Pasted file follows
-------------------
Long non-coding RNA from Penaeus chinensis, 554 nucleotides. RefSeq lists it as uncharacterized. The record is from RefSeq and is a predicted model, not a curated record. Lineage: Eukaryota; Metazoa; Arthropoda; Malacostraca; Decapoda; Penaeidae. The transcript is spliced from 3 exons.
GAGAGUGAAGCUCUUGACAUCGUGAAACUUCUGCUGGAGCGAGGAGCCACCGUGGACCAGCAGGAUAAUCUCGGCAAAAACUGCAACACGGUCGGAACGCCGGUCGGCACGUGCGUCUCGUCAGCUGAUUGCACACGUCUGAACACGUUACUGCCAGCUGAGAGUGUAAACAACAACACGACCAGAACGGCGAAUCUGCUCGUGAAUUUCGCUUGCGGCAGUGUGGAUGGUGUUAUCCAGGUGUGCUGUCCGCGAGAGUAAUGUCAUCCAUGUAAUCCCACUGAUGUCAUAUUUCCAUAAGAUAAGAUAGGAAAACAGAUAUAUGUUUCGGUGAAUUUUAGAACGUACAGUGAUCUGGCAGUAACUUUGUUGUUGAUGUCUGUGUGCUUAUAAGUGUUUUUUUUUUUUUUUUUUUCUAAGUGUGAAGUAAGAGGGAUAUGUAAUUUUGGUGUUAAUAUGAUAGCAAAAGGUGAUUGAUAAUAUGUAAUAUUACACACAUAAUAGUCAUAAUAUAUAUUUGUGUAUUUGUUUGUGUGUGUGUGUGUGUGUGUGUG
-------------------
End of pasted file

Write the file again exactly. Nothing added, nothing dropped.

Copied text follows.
Long non-coding RNA from Penaeus chinensis, 554 nucleotides. RefSeq lists it as uncharacterized. The record is from RefSeq and is a predicted model, not a curated record. Lineage: Eukaryota; Metazoa; Arthropoda; Malacostraca; Decapoda; Penaeidae. The transcript is spliced from 3 exons.
GAGAGUGAAGCUCUUGACAUCGUGAAACUUCUGCUGGAGCGAGGAGCCACCGUGGACCAGCAGGAUAAUCUCGGCAAAAACUGCAACACGGUCGGAACGCCGGUCGGCACGUGCGUCUCGUCAGCUGAUUGCACACGUCUGAACACGUUACUGCCAGCUGAGAGUGUAAACAACAACACGACCAGAACGGCGAAUCUGCUCGUGAAUUUCGCUUGCGGCAGUGUGGAUGGUGUUAUCCAGGUGUGCUGUCCGCGAGAGUAAUGUCAUCCAUGUAAUCCCACUGAUGUCAUAUUUCCAUAAGAUAAGAUAGGAAAACAGAUAUAUGUUUCGGUGAAUUUUAGAACGUACAGUGAUCUGGCAGUAACUUUGUUGUUGAUGUCUGUGUGCUUAUAAGUGUUUUUUUUUUUUUUUUUUUCUAAGUGUGAAGUAAGAGGGAUAUGUAAUUUUGGUGUUAAUAUGAUAGCAAAAGGUGAUUGAUAAUAUGUAAUAUUACACACAUAAUAGUCAUAAUAUAUAUUUGUGUAUUUGUUUGUGUGUGUGUGUGUGUGUGUGUG